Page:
- Kadri, A. (2013). “A Depressive pre-Arab Spring Economic Performance”. In: Gerges, F. The New Middle East: Protest and Revolution in the Arab World. CUP
- United Nations (2009-10). Survey of Economic and Social Development in the ESCWA Region. New York: United Nations (Chapt. 2), pp.19-33.
Week 9: Comparison between the development trajectories of EA and WA (March 19)
“In the last 30 years, Why East Asia witnessed growth & prosperity while West Asia (aka ME) suffered from war & instability?”
- Kadri, A. (2013) "Comparing the Economic Development of the Arab World with East Asia", MEI Insight.
- Hakimian, H. (2001). "From MENA to East Asia and Back: Lessons of Globalisation, Crisis and Economic Reform". In The State and Global Change: The Political Economy of Transition in the Middle East & North Africa. pp.80-107.
Week 10: Poster Project presentations (March 26)
Week 11: Poster Project presentations (April 2)
Week 12: The Development experience of the developed countries (April 9)
“How do countries climb up the “development ladder”?
- Chang, H.J (2003) ‘How did the Rich Countries Really become Rich?’ in: Kicking Away the Ladder. Anthem Press (Chapter 1).
- Chang. H.J. ((2003). “Lesson for the Present” in Kicking Away the Ladder. (Chapt. 4).
- Reinert, E. (2012) “How Rich Countries Got Rich”, in Alattas (2012).
- The Chinese model & the global imbalance
- Petras, J. (2016) “China’s Pivot to World Markets, Washington’s Pivot to World Wars, and the Debacle of the Latin American Left”, The James Petras Website
Week 13: Concluding Thoughts & the Singaporean Social Contract (April 16)
- Low, D. Singapore social contract
- Final Essay Submission
(i) Team-based assignment (20%): This team-based activity entails each group of students to prepare poster presentations in which they propose their own concept of development and identify a bundle/set of indicators or desired goals for it, based on the readings, discussions and fieldtrips so far covered during the course of the module. Sub-indicators are also welcomed. Groups of three should come up with three indicators; while groups of four with four indicators. More details on this assignment will be provided in class.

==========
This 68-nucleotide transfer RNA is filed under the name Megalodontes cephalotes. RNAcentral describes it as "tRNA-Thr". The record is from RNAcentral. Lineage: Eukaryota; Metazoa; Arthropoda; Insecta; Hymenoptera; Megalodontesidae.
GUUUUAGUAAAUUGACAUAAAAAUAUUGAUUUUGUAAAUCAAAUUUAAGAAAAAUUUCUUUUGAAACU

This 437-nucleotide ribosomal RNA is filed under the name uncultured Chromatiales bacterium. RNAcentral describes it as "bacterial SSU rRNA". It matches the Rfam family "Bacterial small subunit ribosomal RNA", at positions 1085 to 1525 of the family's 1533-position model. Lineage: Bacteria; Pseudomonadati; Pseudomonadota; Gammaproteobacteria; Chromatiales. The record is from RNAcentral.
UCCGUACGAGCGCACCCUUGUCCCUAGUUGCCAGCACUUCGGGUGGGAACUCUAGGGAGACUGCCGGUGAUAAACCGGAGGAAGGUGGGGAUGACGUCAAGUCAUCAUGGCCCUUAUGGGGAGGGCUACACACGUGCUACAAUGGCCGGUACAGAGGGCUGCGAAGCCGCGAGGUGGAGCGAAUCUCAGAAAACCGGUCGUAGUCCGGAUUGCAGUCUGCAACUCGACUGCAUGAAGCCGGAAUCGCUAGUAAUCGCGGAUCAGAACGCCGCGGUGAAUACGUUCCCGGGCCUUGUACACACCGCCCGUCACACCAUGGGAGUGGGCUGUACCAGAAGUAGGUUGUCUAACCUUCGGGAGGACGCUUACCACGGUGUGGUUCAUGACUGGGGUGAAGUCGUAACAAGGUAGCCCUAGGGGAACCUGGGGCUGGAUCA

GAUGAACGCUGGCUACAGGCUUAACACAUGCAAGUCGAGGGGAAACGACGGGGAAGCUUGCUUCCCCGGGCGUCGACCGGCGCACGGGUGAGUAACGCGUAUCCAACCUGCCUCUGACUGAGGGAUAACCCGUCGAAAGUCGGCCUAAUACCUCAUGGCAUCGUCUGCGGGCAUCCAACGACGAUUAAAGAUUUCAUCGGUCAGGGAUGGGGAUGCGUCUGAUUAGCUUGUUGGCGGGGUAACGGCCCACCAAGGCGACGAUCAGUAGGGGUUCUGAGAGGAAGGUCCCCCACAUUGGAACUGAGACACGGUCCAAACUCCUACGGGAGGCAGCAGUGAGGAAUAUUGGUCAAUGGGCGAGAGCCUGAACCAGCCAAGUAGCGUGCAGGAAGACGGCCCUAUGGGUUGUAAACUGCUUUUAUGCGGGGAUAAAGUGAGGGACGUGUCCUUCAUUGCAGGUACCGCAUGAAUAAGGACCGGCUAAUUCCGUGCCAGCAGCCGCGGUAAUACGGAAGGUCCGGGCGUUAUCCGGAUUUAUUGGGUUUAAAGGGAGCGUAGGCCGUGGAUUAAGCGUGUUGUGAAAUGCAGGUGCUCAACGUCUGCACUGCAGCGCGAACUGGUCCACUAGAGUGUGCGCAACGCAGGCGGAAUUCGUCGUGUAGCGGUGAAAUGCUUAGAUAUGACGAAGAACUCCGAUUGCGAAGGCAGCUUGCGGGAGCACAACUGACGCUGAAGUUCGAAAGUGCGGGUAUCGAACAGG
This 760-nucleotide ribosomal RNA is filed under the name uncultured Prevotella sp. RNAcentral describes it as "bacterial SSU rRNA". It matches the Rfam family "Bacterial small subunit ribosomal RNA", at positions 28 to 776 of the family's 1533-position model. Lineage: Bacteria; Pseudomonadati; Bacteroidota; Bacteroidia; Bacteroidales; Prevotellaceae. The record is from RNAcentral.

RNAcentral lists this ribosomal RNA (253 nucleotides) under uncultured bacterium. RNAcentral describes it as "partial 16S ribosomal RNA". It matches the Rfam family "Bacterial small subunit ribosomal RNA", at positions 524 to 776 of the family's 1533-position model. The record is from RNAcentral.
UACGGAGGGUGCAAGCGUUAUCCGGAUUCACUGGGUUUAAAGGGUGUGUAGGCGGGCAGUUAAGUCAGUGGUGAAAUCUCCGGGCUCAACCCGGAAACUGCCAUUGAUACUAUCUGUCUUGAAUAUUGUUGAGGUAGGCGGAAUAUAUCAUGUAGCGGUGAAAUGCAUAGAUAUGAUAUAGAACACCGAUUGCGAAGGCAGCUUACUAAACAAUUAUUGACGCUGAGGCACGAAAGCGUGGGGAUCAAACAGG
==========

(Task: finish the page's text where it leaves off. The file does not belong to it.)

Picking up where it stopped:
(ii) Classroom participation (20%): class discussion based on pre-class preparations and facebook postings based on personal readings of news or academic articles.
(iii) Problem-based learning: The student is asked to think like a development expert or a state planner! S/he will pick a developing country in the East Asia or the Middle East. Starting Week 2, the student is encouraged to start thinking of his/her research theme for the final individual essay. Based on the readings and class participations and group work assignment, he will think on how he can advise this country to pursue a path of sustainable development by writing a plan on how best the country can make use of its resources to pursue economic growth with social expansion. He will also start thinking of questions that can be raised to guest speakers or to professionals during fieldtrips/combined sessions. The analysis of how a developing country can overcome challenges and pursue inclusive growth will require an assessment of the economic and social conditions of the country from a historical perspective and an identification of its main economic and social problems will be needed. More details on this assignment will be provided in class. The essay (40%) should be between 1,800-2,000 words and is due Week 13. Please submit it through IVLE.
(iv) Reflection (20%) is between 800-1,000words and is due Week 7. It represents an individual opinion on your general thoughts about this module, or the fieldtrips, or the guest speakers’ talks (depending on your individual notes) and how it has helped you conceptualise the development theme.